|Posted on Monday, May 03, 2004 - 09:00 pm: |
Lucius Shepard's latest movie review is now up at:
Is the media, wedded to the imperatives of commerce, brainwashing us? Has it subverted and co-opted our ideas of heroism and propriety toward the end of making us pliant to corporate authority? Would you remain as calm as Lucius if faced with the literal, not metaphorical, specter of a giant talking boob?
Those who've followed the reviews may have noted a motif throughout, one Lucius explicates here at length. "Weapons of Mass Seduction" is also the title of the sum of these essays, soon to be collected in print by Wheatland Press.
|Posted on Wednesday, May 05, 2004 - 10:26 am: |
This was the best yet. All the warnings inside this “review” I have been calling out in every corner of these hallowed halls for years. No one listens. But then I am not so eloquent as Lucius. I would ask him to come talk to my students – and faculty! -- but I know he doesn’t set foot in the Old Dominion. Lucius has yet one more thing on the required reading lists I hand out for half my classes.
|Posted on Friday, July 02, 2004 - 09:58 am: |
Years and years ago, Harlan Ellison wrote a column in "The Glass Teat" about his experiences watching television in Rio de Janeiro. His description of television programming designed to keep the public as uninformed and unchallenged as possible horribly resembles Lucius Shepard's description of the media zeitgeist of America in the 21st century. Except Shepard's portrait is more disturbing because this the media landscape he paints is that of the world's only hyper-power, one where apparently "with great power comes great responsibility" has as much consciousness raising force as "have a nice day." Where the (serial expletives deleted in the interest of not getting Electric Story into hot water) are America's Che Guevara and Fidel Castro hiding?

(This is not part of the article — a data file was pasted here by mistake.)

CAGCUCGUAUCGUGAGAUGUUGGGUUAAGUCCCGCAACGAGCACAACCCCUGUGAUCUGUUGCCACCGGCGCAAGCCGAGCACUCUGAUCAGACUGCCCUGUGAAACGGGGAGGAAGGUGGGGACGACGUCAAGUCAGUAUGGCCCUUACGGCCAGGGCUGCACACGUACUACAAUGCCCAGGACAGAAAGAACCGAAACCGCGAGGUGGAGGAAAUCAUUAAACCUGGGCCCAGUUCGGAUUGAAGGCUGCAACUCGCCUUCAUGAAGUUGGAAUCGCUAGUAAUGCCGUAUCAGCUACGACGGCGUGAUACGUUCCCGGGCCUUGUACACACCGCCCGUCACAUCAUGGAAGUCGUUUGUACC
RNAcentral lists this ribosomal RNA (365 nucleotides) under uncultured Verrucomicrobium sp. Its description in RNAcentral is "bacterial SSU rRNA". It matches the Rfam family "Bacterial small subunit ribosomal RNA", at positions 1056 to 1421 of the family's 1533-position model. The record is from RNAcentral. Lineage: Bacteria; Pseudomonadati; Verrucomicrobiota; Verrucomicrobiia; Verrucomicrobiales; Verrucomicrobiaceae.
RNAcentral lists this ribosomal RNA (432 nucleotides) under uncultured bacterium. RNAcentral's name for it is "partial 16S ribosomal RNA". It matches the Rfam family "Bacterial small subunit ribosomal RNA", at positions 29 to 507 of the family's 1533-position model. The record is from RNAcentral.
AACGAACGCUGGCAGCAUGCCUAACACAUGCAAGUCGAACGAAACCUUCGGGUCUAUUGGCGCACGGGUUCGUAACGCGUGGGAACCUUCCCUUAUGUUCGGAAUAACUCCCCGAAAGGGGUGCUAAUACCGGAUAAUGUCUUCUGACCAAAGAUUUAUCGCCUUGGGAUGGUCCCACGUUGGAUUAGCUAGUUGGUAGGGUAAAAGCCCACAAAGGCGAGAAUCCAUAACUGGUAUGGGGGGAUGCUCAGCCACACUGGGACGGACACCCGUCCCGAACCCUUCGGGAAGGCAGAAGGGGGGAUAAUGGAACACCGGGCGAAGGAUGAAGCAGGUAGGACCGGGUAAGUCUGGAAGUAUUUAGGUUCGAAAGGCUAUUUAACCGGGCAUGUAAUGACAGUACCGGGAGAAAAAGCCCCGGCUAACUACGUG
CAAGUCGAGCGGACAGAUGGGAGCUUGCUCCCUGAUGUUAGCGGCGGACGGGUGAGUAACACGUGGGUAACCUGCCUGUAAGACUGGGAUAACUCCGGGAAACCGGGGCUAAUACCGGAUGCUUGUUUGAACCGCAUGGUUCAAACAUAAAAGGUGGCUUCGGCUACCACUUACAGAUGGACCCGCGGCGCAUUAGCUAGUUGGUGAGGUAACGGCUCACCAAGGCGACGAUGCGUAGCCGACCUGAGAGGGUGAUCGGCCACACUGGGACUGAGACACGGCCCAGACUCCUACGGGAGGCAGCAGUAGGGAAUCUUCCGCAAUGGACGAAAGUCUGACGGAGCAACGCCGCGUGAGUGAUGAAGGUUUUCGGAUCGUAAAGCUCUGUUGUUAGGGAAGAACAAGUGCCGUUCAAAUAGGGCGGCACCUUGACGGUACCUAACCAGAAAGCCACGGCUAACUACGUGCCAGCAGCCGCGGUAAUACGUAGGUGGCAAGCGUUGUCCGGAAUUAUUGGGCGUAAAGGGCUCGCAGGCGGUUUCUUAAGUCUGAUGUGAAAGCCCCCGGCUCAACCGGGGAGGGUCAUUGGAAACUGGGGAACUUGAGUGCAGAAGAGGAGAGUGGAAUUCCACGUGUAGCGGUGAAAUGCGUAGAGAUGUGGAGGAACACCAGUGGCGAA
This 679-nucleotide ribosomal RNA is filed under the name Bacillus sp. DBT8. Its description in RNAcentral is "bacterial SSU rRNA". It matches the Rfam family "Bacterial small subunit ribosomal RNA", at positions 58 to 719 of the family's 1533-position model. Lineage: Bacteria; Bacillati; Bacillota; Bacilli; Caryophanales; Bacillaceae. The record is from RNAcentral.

|Posted on Monday, July 19, 2004 - 03:05 pm: |
Sorry I didn't respond earlier. Good to see you're still around, Peter.
|Posted on Thursday, July 22, 2004 - 08:09 am: |
Seduction was very neatly covered by tragicly gone and seriously missed comic Bill Hicks.